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  • Marcie Brown

Buying Prints - Some things to consider

I recently came across a woodcut print by Barbara Leighton I am interested in purchasing. This lead me down a rabbit hole of questions about prints. Working for Frank this past year I have come across many fine examples of lithographs and etchings in addition to woodcarvings and more. It wasn't until I was considering making a purchase of my own that I got really serious about some of the bigger questions.

Are prints considered originals or copies? What is the difference in these mediums and how do these differences effect the printing process and the value? Like most of us, I took to the internet for some answers, I found this great breakdown by Christie's on purchasing prints I highly recommend reading, it helped answer many of my questions.

I also have the added benefit of having Frank Hall as my walking google reference, and he also had some things to say about prints. He explained that these types of prints previously mentioned are typically termed Original Prints. They fall into a unique category because they are a replication of an image, but one that has been replicated by hand by the artist themselves keeping them true to a very particular and important form of art. Frank also mentioned how many people believe the first few prints made from an etching or lithograph are the most important because they are when the image is the sharpest and the most bright in colour. He explained this is a common misconception and not always the case. It's something to consider but not something as highly weighted as some might believe.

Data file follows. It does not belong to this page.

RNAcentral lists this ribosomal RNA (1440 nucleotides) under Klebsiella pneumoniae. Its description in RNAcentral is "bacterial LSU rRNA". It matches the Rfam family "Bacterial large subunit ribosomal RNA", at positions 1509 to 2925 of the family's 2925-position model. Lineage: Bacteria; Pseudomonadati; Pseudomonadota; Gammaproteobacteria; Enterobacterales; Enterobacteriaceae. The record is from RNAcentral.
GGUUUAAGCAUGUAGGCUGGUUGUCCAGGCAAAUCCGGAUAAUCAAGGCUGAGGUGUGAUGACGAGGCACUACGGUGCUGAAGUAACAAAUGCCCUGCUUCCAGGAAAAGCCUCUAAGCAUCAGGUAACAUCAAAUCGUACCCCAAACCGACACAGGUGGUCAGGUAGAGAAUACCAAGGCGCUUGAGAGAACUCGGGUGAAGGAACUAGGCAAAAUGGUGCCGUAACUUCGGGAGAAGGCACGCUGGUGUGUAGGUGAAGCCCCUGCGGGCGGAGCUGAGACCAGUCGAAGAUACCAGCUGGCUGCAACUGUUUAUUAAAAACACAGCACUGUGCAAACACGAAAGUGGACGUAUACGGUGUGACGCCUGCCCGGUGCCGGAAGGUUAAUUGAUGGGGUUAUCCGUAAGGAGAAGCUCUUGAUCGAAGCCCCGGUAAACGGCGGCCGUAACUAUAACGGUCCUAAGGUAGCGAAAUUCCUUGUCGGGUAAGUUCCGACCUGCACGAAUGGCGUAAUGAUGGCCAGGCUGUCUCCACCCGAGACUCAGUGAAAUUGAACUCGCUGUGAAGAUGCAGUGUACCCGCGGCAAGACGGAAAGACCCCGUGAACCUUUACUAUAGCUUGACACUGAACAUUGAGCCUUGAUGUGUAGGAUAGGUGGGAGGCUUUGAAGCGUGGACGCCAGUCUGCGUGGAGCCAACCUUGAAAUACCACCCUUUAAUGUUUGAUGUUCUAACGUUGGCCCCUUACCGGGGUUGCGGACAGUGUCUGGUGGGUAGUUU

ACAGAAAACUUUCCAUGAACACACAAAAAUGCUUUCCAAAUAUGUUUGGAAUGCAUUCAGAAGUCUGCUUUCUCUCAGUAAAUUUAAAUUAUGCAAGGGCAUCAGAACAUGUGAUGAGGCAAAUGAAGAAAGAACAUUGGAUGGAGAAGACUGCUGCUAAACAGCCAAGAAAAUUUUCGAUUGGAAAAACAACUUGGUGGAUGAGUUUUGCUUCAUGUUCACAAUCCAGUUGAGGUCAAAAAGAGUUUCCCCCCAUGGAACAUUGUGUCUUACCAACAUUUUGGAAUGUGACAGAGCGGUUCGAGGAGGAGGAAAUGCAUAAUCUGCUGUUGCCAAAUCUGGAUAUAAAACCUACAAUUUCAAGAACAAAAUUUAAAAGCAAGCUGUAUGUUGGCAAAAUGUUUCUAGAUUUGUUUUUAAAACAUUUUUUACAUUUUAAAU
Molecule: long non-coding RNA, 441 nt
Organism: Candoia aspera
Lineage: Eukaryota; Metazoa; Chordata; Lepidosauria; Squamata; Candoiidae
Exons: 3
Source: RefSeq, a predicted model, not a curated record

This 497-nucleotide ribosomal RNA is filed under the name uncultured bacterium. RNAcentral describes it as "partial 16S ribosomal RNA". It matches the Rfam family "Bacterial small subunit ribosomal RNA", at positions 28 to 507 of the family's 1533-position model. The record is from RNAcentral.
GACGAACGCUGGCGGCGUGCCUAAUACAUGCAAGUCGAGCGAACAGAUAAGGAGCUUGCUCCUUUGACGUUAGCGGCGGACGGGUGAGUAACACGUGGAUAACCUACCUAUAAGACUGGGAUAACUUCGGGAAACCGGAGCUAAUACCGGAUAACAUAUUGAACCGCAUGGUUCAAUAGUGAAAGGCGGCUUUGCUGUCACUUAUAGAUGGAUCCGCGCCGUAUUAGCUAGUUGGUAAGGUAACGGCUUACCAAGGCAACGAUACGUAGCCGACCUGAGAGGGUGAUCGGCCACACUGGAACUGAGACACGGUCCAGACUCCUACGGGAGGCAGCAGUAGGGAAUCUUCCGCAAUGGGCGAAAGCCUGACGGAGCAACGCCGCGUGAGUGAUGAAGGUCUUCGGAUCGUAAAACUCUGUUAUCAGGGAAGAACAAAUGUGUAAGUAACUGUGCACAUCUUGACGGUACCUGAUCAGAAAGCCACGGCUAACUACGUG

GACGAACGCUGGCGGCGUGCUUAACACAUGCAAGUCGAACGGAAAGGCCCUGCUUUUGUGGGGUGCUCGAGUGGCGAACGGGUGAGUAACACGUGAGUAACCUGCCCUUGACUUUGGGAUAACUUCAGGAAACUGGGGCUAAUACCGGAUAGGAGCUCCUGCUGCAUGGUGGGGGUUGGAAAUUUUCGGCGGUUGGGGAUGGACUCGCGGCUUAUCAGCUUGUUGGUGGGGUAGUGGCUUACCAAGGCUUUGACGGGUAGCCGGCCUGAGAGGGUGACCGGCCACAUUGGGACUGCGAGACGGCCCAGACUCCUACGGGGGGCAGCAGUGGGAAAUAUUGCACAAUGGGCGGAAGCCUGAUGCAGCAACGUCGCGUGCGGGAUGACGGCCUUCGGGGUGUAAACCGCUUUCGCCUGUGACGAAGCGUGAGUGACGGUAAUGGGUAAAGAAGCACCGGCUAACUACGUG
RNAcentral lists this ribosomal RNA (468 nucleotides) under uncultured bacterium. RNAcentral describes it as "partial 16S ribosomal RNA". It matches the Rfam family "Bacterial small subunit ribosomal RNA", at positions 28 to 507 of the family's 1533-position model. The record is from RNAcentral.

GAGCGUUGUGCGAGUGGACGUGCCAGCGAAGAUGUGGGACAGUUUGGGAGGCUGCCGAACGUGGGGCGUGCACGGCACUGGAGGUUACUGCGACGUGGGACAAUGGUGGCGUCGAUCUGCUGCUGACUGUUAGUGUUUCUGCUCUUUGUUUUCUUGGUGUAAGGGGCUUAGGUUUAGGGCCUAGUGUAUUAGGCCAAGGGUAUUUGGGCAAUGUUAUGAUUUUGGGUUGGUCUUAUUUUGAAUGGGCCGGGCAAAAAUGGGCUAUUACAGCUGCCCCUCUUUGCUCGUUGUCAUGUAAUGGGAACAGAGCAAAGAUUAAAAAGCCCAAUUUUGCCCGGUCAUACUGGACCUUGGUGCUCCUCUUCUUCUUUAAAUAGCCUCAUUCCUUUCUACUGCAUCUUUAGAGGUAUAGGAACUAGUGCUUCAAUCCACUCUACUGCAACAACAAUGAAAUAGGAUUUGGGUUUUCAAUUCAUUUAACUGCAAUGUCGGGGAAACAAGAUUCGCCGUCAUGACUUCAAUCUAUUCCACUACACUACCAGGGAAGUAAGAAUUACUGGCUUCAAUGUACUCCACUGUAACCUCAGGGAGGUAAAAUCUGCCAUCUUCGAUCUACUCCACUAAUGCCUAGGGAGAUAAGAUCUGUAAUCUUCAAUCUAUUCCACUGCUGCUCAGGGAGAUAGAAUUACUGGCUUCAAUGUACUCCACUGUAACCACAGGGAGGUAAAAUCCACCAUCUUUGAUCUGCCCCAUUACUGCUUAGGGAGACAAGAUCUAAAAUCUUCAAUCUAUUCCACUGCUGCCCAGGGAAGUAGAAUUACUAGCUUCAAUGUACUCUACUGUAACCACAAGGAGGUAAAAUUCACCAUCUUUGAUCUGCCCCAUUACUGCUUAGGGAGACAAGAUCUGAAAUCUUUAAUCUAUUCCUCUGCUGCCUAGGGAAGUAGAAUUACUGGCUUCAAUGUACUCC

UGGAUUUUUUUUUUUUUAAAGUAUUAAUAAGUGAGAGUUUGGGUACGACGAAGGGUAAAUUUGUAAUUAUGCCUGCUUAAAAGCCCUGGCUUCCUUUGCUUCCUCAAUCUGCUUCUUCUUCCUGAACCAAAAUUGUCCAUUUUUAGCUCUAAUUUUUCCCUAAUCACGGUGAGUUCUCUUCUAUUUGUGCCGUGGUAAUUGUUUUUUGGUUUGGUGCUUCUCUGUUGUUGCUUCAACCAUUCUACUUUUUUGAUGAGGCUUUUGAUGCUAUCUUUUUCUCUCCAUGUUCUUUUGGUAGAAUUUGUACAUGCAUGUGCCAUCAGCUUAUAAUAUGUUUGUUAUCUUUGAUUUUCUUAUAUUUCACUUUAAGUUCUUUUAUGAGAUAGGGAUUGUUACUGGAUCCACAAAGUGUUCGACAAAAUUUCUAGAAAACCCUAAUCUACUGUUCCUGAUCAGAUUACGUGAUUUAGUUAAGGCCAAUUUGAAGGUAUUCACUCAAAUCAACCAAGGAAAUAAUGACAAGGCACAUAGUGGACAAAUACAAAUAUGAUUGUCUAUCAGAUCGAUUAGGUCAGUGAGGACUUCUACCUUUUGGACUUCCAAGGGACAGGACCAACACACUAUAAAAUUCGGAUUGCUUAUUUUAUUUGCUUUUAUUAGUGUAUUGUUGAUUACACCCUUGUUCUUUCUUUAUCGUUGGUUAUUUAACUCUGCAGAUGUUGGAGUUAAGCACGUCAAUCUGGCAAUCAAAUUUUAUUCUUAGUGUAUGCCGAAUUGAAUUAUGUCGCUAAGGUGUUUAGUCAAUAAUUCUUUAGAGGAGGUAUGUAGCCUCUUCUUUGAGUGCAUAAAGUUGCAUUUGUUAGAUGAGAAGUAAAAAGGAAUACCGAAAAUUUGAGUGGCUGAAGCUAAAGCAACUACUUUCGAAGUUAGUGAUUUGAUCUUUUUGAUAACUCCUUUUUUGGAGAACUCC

Wether you are looking to purchase a print, an original print or an original painting, like all art I think it's most important to like the piece. If you truly enjoy it it will never be a purchase you regret.

Leighton, Barbara "Lunette Peak, Mount Assiniboine" Wood cut

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